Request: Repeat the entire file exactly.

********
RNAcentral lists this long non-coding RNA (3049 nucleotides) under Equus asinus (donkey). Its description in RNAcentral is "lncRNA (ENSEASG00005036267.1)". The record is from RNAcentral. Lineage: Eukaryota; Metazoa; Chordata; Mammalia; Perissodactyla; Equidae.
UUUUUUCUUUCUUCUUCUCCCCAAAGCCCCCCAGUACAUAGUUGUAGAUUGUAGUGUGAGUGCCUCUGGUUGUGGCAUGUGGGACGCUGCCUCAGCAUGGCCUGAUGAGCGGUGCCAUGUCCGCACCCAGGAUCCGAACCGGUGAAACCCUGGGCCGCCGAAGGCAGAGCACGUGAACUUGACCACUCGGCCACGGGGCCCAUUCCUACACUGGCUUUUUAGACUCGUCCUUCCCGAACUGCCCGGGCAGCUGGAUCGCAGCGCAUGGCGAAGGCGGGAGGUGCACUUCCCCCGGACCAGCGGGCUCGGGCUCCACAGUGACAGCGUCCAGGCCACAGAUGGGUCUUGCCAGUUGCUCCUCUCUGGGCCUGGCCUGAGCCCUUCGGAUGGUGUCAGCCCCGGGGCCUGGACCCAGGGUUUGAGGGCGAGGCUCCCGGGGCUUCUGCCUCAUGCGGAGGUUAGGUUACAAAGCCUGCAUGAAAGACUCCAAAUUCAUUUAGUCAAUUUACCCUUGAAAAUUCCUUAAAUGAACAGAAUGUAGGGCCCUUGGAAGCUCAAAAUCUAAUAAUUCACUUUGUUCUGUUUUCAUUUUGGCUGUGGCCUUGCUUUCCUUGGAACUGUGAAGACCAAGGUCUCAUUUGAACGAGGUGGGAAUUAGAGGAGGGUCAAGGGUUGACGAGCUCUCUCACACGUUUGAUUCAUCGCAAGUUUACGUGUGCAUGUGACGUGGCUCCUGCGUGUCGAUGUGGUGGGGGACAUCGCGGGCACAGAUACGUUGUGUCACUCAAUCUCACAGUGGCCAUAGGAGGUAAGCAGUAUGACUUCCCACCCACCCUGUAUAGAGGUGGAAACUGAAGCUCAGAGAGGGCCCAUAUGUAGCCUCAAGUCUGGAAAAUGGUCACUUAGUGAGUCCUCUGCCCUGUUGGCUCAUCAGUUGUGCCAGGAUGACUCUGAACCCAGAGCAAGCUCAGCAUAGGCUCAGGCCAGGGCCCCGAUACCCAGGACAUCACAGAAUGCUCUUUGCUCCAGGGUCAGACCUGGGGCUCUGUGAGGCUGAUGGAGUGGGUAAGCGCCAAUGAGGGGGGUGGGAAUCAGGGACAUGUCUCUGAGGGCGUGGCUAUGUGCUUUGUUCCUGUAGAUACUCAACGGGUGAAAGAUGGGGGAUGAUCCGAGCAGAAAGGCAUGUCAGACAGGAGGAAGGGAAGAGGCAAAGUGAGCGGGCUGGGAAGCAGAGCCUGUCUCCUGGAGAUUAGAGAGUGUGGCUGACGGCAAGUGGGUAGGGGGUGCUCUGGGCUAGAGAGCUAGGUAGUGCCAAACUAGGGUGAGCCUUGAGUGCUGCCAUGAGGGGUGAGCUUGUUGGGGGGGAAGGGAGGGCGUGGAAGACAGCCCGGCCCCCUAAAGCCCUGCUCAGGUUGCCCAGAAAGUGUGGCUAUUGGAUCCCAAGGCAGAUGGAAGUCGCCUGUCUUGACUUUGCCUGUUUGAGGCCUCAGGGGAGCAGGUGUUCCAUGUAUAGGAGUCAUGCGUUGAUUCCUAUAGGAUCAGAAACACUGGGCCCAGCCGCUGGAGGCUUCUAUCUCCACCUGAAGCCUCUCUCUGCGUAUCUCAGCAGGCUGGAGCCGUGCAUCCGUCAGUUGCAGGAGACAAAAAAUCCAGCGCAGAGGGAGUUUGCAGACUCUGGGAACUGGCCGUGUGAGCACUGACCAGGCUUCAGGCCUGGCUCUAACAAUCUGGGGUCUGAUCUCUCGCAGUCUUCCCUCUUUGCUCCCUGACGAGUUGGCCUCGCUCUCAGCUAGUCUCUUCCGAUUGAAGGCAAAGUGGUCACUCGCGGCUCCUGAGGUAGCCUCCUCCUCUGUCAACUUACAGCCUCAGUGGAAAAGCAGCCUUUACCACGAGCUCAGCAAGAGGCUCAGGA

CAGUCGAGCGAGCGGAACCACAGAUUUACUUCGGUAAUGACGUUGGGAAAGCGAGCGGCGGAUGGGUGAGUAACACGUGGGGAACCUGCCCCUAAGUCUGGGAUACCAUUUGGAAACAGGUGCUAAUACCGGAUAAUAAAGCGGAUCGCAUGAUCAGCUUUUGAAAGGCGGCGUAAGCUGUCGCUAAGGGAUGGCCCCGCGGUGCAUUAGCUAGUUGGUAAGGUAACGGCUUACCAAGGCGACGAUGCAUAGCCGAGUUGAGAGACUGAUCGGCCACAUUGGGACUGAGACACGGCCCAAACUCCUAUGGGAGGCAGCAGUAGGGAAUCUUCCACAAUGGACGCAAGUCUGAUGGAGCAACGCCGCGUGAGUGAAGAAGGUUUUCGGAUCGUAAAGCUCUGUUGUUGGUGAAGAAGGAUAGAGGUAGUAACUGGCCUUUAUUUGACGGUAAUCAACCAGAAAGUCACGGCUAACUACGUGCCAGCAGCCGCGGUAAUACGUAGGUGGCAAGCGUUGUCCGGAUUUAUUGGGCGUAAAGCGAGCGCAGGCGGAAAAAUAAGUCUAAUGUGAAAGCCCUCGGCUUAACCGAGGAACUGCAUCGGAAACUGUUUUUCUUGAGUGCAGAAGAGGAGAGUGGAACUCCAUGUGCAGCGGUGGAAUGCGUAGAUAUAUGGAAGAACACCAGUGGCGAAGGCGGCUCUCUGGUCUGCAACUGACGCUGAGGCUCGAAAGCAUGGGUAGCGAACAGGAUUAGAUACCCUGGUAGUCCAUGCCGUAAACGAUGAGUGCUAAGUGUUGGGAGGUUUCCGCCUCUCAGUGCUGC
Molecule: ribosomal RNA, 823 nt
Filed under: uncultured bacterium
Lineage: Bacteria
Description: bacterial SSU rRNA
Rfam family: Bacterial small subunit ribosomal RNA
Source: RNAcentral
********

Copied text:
RNAcentral lists this long non-coding RNA (3049 nucleotides) under Equus asinus (donkey). Its description in RNAcentral is "lncRNA (ENSEASG00005036267.1)". The record is from RNAcentral. Lineage: Eukaryota; Metazoa; Chordata; Mammalia; Perissodactyla; Equidae.
UUUUUUCUUUCUUCUUCUCCCCAAAGCCCCCCAGUACAUAGUUGUAGAUUGUAGUGUGAGUGCCUCUGGUUGUGGCAUGUGGGACGCUGCCUCAGCAUGGCCUGAUGAGCGGUGCCAUGUCCGCACCCAGGAUCCGAACCGGUGAAACCCUGGGCCGCCGAAGGCAGAGCACGUGAACUUGACCACUCGGCCACGGGGCCCAUUCCUACACUGGCUUUUUAGACUCGUCCUUCCCGAACUGCCCGGGCAGCUGGAUCGCAGCGCAUGGCGAAGGCGGGAGGUGCACUUCCCCCGGACCAGCGGGCUCGGGCUCCACAGUGACAGCGUCCAGGCCACAGAUGGGUCUUGCCAGUUGCUCCUCUCUGGGCCUGGCCUGAGCCCUUCGGAUGGUGUCAGCCCCGGGGCCUGGACCCAGGGUUUGAGGGCGAGGCUCCCGGGGCUUCUGCCUCAUGCGGAGGUUAGGUUACAAAGCCUGCAUGAAAGACUCCAAAUUCAUUUAGUCAAUUUACCCUUGAAAAUUCCUUAAAUGAACAGAAUGUAGGGCCCUUGGAAGCUCAAAAUCUAAUAAUUCACUUUGUUCUGUUUUCAUUUUGGCUGUGGCCUUGCUUUCCUUGGAACUGUGAAGACCAAGGUCUCAUUUGAACGAGGUGGGAAUUAGAGGAGGGUCAAGGGUUGACGAGCUCUCUCACACGUUUGAUUCAUCGCAAGUUUACGUGUGCAUGUGACGUGGCUCCUGCGUGUCGAUGUGGUGGGGGACAUCGCGGGCACAGAUACGUUGUGUCACUCAAUCUCACAGUGGCCAUAGGAGGUAAGCAGUAUGACUUCCCACCCACCCUGUAUAGAGGUGGAAACUGAAGCUCAGAGAGGGCCCAUAUGUAGCCUCAAGUCUGGAAAAUGGUCACUUAGUGAGUCCUCUGCCCUGUUGGCUCAUCAGUUGUGCCAGGAUGACUCUGAACCCAGAGCAAGCUCAGCAUAGGCUCAGGCCAGGGCCCCGAUACCCAGGACAUCACAGAAUGCUCUUUGCUCCAGGGUCAGACCUGGGGCUCUGUGAGGCUGAUGGAGUGGGUAAGCGCCAAUGAGGGGGGUGGGAAUCAGGGACAUGUCUCUGAGGGCGUGGCUAUGUGCUUUGUUCCUGUAGAUACUCAACGGGUGAAAGAUGGGGGAUGAUCCGAGCAGAAAGGCAUGUCAGACAGGAGGAAGGGAAGAGGCAAAGUGAGCGGGCUGGGAAGCAGAGCCUGUCUCCUGGAGAUUAGAGAGUGUGGCUGACGGCAAGUGGGUAGGGGGUGCUCUGGGCUAGAGAGCUAGGUAGUGCCAAACUAGGGUGAGCCUUGAGUGCUGCCAUGAGGGGUGAGCUUGUUGGGGGGGAAGGGAGGGCGUGGAAGACAGCCCGGCCCCCUAAAGCCCUGCUCAGGUUGCCCAGAAAGUGUGGCUAUUGGAUCCCAAGGCAGAUGGAAGUCGCCUGUCUUGACUUUGCCUGUUUGAGGCCUCAGGGGAGCAGGUGUUCCAUGUAUAGGAGUCAUGCGUUGAUUCCUAUAGGAUCAGAAACACUGGGCCCAGCCGCUGGAGGCUUCUAUCUCCACCUGAAGCCUCUCUCUGCGUAUCUCAGCAGGCUGGAGCCGUGCAUCCGUCAGUUGCAGGAGACAAAAAAUCCAGCGCAGAGGGAGUUUGCAGACUCUGGGAACUGGCCGUGUGAGCACUGACCAGGCUUCAGGCCUGGCUCUAACAAUCUGGGGUCUGAUCUCUCGCAGUCUUCCCUCUUUGCUCCCUGACGAGUUGGCCUCGCUCUCAGCUAGUCUCUUCCGAUUGAAGGCAAAGUGGUCACUCGCGGCUCCUGAGGUAGCCUCCUCCUCUGUCAACUUACAGCCUCAGUGGAAAAGCAGCCUUUACCACGAGCUCAGCAAGAGGCUCAGGA

CAGUCGAGCGAGCGGAACCACAGAUUUACUUCGGUAAUGACGUUGGGAAAGCGAGCGGCGGAUGGGUGAGUAACACGUGGGGAACCUGCCCCUAAGUCUGGGAUACCAUUUGGAAACAGGUGCUAAUACCGGAUAAUAAAGCGGAUCGCAUGAUCAGCUUUUGAAAGGCGGCGUAAGCUGUCGCUAAGGGAUGGCCCCGCGGUGCAUUAGCUAGUUGGUAAGGUAACGGCUUACCAAGGCGACGAUGCAUAGCCGAGUUGAGAGACUGAUCGGCCACAUUGGGACUGAGACACGGCCCAAACUCCUAUGGGAGGCAGCAGUAGGGAAUCUUCCACAAUGGACGCAAGUCUGAUGGAGCAACGCCGCGUGAGUGAAGAAGGUUUUCGGAUCGUAAAGCUCUGUUGUUGGUGAAGAAGGAUAGAGGUAGUAACUGGCCUUUAUUUGACGGUAAUCAACCAGAAAGUCACGGCUAACUACGUGCCAGCAGCCGCGGUAAUACGUAGGUGGCAAGCGUUGUCCGGAUUUAUUGGGCGUAAAGCGAGCGCAGGCGGAAAAAUAAGUCUAAUGUGAAAGCCCUCGGCUUAACCGAGGAACUGCAUCGGAAACUGUUUUUCUUGAGUGCAGAAGAGGAGAGUGGAACUCCAUGUGCAGCGGUGGAAUGCGUAGAUAUAUGGAAGAACACCAGUGGCGAAGGCGGCUCUCUGGUCUGCAACUGACGCUGAGGCUCGAAAGCAUGGGUAGCGAACAGGAUUAGAUACCCUGGUAGUCCAUGCCGUAAACGAUGAGUGCUAAGUGUUGGGAGGUUUCCGCCUCUCAGUGCUGC
Molecule: ribosomal RNA, 823 nt
Filed under: uncultured bacterium
Lineage: Bacteria
Description: bacterial SSU rRNA
Rfam family: Bacterial small subunit ribosomal RNA
Source: RNAcentral